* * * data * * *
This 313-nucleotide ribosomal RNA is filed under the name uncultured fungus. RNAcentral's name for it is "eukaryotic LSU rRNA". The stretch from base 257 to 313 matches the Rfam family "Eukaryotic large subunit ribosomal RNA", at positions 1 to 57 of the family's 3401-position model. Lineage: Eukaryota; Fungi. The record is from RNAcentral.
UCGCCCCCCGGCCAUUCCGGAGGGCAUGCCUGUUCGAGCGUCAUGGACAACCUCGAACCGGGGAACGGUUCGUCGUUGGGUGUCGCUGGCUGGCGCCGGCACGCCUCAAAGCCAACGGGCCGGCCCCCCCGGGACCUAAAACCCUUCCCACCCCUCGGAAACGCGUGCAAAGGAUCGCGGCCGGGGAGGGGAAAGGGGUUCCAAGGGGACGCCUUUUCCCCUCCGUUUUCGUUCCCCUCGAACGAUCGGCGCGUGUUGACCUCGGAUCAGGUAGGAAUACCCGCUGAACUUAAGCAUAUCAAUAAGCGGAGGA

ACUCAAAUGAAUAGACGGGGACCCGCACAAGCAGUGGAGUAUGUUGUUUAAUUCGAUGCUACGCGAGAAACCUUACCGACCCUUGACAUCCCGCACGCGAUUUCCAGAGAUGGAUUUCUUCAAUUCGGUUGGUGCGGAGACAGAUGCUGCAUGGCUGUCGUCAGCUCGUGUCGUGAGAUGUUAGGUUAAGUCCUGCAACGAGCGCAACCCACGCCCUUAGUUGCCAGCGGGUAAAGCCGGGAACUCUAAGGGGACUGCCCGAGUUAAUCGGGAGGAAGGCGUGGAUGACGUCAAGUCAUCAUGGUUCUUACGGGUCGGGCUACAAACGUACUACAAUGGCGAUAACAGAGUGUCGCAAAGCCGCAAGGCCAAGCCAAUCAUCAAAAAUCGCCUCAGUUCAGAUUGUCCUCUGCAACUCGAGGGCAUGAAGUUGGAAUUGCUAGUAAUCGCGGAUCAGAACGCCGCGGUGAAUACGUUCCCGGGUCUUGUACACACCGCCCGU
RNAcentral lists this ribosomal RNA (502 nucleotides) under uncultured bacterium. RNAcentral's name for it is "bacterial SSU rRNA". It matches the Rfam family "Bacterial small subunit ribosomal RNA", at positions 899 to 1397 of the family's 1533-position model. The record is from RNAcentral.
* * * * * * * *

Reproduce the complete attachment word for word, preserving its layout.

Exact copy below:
This 313-nucleotide ribosomal RNA is filed under the name uncultured fungus. RNAcentral's name for it is "eukaryotic LSU rRNA". The stretch from base 257 to 313 matches the Rfam family "Eukaryotic large subunit ribosomal RNA", at positions 1 to 57 of the family's 3401-position model. Lineage: Eukaryota; Fungi. The record is from RNAcentral.
UCGCCCCCCGGCCAUUCCGGAGGGCAUGCCUGUUCGAGCGUCAUGGACAACCUCGAACCGGGGAACGGUUCGUCGUUGGGUGUCGCUGGCUGGCGCCGGCACGCCUCAAAGCCAACGGGCCGGCCCCCCCGGGACCUAAAACCCUUCCCACCCCUCGGAAACGCGUGCAAAGGAUCGCGGCCGGGGAGGGGAAAGGGGUUCCAAGGGGACGCCUUUUCCCCUCCGUUUUCGUUCCCCUCGAACGAUCGGCGCGUGUUGACCUCGGAUCAGGUAGGAAUACCCGCUGAACUUAAGCAUAUCAAUAAGCGGAGGA

ACUCAAAUGAAUAGACGGGGACCCGCACAAGCAGUGGAGUAUGUUGUUUAAUUCGAUGCUACGCGAGAAACCUUACCGACCCUUGACAUCCCGCACGCGAUUUCCAGAGAUGGAUUUCUUCAAUUCGGUUGGUGCGGAGACAGAUGCUGCAUGGCUGUCGUCAGCUCGUGUCGUGAGAUGUUAGGUUAAGUCCUGCAACGAGCGCAACCCACGCCCUUAGUUGCCAGCGGGUAAAGCCGGGAACUCUAAGGGGACUGCCCGAGUUAAUCGGGAGGAAGGCGUGGAUGACGUCAAGUCAUCAUGGUUCUUACGGGUCGGGCUACAAACGUACUACAAUGGCGAUAACAGAGUGUCGCAAAGCCGCAAGGCCAAGCCAAUCAUCAAAAAUCGCCUCAGUUCAGAUUGUCCUCUGCAACUCGAGGGCAUGAAGUUGGAAUUGCUAGUAAUCGCGGAUCAGAACGCCGCGGUGAAUACGUUCCCGGGUCUUGUACACACCGCCCGU
RNAcentral lists this ribosomal RNA (502 nucleotides) under uncultured bacterium. RNAcentral's name for it is "bacterial SSU rRNA". It matches the Rfam family "Bacterial small subunit ribosomal RNA", at positions 899 to 1397 of the family's 1533-position model. The record is from RNAcentral.